So, after spending some time preaching in the synagogues Paul went out and stood on his soap box and started giving a lecture. Remember this is a university town so people might have enjoyed listening to lectures and engaging in debates. The people even dragged Paul before the Council so that he could be interrogated.  You see, many of the people found Paul’s message to be rather unreasonable.  It wasn’t all that self-evident, especially Paul’s message about the resurrection.

    You see, many Greeks believed that the body is a prison, and the goal is to free yourself from that prison.  So why would you want to experience resurrection if that meant continuing your bodily existence?   Although the mind and the soul are good, the body is simply a hindrance to our ability to enjoy the spiritual.

    Although I don’t enjoy admitting this, it appears that Paul’s stay in Athens was not a success.  He didn’t plant a church nor did he gain many converts.  It seems that the Athenians just didn’t think the Gospel was very reasonable.  If that’s true, then why should we believe that God would speak to us through human reason?   Why should we take Galileo’s word over that of the writer of Ecclesiastes?  And, even if Campbell, Locke, and Aquinas value wisdom, could Martin Luther have been right when he said: 
    “Reason is a whore, the greatest enemy that faith has; it never comes to the aid of spiritual things, but more frequently than not struggles against the divine Word, treating with contempt all that emanates from God.”
After listening to Luther, maybe I should just sit down and forget about finding any help from Reason, except I like what Galileo had to say about God creating us with Minds, expecting us to use them.

    I think that Luther was a bit like Dr. McCoy on Star Trek.  He’s well educated, but he’s a passionate sort of person.  Dr. McCoy seems to rely a lot on Emotion, while his friend, Mr. Spock values Logic and seeks to suppress Emotion.  As you may know there’s a third member of what we might call the Star Trek trinity.  That person is Captain Kirk who always finds himself listening to these very distinct voices – Spock’s Logic and McCoy’s Emotion.  Like Kirk we too listen to both voices, and as we seek to know the way of God it would seem that we must balance these two voices.  We are, you might say, people with both hearts and minds.  When we overemphasize one at the expense of the other, is it possible to truly hear the voice of God? 

    So, do you think ours should be a reasonable faith?  Do you think that God might reveal some of what God would have us know and understand through science and philosophy?  Even if some of the things of God may appear at times to be foolishness to some, does accepting the Gospel mean losing our minds? 
    As we ponder this question, perhaps a word from James will offer us guidance:  He writes that “anyone who needs wisdom should ask God,” and “wisdom will certainly be given to those who ask.”  (James 1:5). 

    I think Galileo would agree with James – as would John Locke and Alexander Campbell, who both believed that faith and reason can get along!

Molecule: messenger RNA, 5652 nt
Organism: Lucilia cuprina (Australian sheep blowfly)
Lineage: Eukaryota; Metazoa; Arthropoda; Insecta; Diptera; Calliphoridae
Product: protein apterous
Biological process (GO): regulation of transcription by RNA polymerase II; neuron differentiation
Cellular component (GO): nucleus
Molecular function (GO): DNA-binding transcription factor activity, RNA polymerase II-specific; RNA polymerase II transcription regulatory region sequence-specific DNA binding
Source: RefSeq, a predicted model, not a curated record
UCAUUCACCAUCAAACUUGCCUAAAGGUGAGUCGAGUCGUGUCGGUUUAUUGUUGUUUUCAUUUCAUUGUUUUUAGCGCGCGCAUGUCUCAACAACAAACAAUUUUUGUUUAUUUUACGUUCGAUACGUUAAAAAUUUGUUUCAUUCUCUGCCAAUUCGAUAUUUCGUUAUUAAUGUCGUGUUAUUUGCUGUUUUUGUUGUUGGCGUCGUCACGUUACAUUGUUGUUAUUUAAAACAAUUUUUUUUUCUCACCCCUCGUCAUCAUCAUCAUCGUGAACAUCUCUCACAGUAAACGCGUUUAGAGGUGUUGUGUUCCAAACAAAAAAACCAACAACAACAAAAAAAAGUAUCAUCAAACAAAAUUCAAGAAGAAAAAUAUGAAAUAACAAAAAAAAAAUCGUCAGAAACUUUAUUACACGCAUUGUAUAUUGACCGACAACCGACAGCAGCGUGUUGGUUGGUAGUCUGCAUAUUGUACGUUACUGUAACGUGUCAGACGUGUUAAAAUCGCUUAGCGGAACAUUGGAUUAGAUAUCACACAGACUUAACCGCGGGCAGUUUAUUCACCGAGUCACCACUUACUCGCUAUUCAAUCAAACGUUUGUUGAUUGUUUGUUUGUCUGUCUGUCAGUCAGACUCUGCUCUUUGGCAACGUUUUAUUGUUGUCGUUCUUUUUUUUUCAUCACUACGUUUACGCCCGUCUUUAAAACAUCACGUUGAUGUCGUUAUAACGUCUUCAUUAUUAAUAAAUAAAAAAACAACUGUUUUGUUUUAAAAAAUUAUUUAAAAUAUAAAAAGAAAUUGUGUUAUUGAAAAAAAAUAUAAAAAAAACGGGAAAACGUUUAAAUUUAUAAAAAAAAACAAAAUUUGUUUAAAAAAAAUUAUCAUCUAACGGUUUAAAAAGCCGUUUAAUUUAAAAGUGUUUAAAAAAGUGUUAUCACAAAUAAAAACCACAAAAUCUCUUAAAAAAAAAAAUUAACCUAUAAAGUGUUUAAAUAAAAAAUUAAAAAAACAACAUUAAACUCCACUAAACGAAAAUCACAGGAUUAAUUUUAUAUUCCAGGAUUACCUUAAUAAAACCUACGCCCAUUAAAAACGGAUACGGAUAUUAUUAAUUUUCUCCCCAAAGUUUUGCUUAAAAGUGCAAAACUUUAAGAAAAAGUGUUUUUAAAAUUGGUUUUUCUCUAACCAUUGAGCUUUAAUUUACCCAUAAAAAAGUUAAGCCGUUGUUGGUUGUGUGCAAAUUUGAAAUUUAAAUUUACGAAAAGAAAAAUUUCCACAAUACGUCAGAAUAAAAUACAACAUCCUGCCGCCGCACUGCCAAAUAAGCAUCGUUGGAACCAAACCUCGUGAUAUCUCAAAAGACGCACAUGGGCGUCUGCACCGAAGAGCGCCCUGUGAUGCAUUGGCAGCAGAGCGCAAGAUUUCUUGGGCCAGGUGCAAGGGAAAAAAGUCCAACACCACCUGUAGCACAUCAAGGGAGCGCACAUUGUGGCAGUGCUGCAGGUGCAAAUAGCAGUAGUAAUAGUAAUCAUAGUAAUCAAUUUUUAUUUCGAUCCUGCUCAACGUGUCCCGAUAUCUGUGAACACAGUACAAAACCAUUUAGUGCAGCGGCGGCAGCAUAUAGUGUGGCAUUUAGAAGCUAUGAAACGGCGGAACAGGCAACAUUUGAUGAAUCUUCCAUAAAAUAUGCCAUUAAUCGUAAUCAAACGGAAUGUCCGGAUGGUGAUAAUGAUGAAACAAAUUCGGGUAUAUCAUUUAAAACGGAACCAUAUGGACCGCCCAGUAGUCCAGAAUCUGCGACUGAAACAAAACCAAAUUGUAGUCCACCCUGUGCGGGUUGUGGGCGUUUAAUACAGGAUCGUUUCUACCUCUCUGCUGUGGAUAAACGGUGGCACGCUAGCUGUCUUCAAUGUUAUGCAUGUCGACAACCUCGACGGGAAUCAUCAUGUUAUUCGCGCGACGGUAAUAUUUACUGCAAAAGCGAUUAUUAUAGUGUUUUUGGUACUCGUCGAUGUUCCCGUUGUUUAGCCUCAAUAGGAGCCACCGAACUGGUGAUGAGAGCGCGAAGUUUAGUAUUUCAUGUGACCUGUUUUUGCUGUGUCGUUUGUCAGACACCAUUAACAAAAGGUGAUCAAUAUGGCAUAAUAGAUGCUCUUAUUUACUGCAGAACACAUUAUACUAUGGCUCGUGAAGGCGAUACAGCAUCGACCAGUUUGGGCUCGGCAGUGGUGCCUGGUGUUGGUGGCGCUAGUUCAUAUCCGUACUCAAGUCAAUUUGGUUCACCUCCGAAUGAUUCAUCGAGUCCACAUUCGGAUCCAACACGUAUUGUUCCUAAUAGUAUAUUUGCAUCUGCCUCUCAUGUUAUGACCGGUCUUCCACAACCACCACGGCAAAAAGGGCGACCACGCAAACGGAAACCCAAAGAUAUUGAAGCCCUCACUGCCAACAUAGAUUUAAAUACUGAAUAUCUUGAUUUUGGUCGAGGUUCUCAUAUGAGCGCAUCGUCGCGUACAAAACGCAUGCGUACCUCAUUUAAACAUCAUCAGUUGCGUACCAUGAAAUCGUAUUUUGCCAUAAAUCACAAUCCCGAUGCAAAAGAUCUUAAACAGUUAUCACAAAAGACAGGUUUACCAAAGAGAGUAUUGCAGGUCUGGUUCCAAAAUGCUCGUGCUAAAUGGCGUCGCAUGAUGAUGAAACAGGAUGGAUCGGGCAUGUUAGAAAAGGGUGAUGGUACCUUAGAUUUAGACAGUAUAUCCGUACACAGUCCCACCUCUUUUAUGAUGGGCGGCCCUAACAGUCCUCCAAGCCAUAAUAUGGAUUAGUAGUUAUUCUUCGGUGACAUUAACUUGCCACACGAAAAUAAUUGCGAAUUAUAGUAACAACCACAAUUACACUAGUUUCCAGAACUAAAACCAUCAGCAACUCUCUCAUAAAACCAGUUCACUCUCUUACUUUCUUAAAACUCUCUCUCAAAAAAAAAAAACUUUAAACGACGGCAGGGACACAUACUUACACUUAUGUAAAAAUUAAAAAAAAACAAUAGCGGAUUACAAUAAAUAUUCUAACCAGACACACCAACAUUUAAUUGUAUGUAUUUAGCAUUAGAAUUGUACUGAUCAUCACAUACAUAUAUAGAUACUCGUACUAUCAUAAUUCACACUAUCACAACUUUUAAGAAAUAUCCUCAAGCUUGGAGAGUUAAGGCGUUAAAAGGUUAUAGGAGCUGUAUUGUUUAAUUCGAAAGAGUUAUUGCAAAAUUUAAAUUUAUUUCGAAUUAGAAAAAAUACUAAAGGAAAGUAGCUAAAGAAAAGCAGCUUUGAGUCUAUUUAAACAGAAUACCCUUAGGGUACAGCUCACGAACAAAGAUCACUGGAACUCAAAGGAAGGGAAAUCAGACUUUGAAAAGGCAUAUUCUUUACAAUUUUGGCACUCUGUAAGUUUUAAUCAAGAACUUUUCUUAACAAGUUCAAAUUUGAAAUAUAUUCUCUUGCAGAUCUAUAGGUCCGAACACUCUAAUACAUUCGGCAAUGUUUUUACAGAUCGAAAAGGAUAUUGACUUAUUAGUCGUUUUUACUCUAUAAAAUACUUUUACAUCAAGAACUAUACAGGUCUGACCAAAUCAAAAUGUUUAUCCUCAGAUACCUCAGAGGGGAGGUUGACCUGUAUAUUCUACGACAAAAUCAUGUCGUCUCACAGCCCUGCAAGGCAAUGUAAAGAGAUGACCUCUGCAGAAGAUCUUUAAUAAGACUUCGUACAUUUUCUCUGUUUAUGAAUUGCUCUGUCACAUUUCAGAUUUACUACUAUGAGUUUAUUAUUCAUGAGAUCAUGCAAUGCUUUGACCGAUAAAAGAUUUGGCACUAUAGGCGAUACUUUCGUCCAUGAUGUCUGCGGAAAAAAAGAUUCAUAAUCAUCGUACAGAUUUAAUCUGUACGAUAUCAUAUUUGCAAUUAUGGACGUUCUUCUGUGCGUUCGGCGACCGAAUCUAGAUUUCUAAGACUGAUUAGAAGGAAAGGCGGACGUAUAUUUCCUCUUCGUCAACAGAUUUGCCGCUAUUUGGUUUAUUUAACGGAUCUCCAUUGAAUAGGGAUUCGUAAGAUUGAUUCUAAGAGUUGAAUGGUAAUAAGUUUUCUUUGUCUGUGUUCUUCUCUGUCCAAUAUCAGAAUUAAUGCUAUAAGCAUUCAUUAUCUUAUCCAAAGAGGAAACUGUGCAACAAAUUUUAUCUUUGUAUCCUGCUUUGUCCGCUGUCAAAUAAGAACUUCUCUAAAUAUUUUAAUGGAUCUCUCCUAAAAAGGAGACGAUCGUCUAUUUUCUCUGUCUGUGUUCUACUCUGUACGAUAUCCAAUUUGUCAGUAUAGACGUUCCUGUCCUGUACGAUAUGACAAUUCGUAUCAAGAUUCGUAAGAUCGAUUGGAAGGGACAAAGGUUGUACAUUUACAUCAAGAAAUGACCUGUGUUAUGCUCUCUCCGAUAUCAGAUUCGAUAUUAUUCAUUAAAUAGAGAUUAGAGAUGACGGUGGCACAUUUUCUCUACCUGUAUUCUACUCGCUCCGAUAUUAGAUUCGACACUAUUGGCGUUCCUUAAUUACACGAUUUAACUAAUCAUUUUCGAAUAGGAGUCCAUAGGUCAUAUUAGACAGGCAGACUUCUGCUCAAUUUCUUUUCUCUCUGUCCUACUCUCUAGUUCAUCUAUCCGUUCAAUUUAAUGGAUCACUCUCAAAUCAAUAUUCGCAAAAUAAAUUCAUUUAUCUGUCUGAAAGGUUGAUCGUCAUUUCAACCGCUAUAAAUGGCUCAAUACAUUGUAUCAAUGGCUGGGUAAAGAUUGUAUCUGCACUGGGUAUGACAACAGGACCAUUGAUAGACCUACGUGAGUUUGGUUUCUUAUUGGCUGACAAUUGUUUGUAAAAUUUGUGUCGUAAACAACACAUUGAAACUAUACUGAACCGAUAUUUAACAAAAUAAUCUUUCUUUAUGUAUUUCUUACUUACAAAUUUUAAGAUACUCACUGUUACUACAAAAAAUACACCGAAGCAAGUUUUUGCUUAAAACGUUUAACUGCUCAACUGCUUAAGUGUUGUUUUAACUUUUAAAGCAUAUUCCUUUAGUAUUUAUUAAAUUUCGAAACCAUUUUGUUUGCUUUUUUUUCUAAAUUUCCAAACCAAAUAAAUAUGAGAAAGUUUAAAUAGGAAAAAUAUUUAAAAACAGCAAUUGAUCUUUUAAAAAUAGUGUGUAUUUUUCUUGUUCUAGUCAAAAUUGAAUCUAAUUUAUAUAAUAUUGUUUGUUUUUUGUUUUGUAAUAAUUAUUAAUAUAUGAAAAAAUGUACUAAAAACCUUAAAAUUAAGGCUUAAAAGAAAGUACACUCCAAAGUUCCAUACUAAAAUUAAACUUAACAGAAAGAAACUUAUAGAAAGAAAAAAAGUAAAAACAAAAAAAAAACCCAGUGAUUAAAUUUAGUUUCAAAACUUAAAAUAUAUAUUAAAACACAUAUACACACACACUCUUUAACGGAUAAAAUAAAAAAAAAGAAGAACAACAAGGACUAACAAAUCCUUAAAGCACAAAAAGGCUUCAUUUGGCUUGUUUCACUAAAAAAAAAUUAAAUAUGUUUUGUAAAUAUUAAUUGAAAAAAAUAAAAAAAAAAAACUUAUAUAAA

Oh and just so we don’t leave out Dr. McCoy, next week we’ll talk about how God might speak to us through experience.

Preached by:
Dr. Robert D. Cornwall
Pastor, Central Woodward Christian Church
Troy, Michigan
Fourth Sunday of Lent
March 18, 2012


John said...

Everyone's reason is informed by their biases. No one brings pure logic to analysis. We all have 'a priori' assumptions and we all have agendas. For people of faith, our reason is informed by our faith, the assumption that there is a divinity, that this divinity created all that is, that this divinity is our God and our God cares about what happens in our universe and, for the Abrahamic faiths, that God is honest and truthful, that God is steadfast in God's love for humanity, and that God wills the best for creation, and especially for humanity. At this point the faith traditions and denominations separate themselves as to how they interpret the balance of theological options.

But even with these narrow points of agreement informing our use of reason, we can reach a consensus on much that is and much that out to be.

Foremost among these points ought to be that nature and truth (science and/or reason) and revelation are never in disagreement, and any perceived disagreement is a failure on the part of humanity to comprehend what God is saying to us - either through reason or revelation. Of course many people of faith fear nature and reason because they challenge their interpretation of revelation. What they don't accept is that this is the way God wanted it to be - that we would use our minds and our senses to engage God through God's Creation, and revelation was intended to disclose what cannot be discerned through the senses and the mind.

It is true that sometimes the science is bad, but most often it's the theology. Genuine science should always she'd light on the truths of God and God's Creation and of God's revelation, and it should always be a tool in interpreting what God has disclosed. Theology which describes God as a trickster (e.g., hiding false clues suggesting great age in creation) or a magician (accomplishing desired objectives by finger-snapping hocus pocus) or a murderer (engaging in the slaughter of the innocent and the guilty through single killings or genocide - in biblical times or today) or a sadist (sending humans to spend eternity in punishment and/or torment) or depicting God as anything less than eternally compassionate, eternally hopeful, eternally forgiving, and lovingly committed to lifting up Creation and humanity is bad theology. And one of the clearest ways to evidence this is to check the theology against reason and science, informed by our faith in a loving Creator God.

David said...

Nice post. You say, sometimes science is bad, could you elaborate? I know there is sloppy work, but sometimes a speculation, or hypothesis, is taken as fact by the lay person, when it shouldn't be. Always refer to the facts, and how they were gathered. I like how you pair science and nature. My response, must often, when I was asked why I liked studying chemistry, was "I love nature". That would often get me a funny look.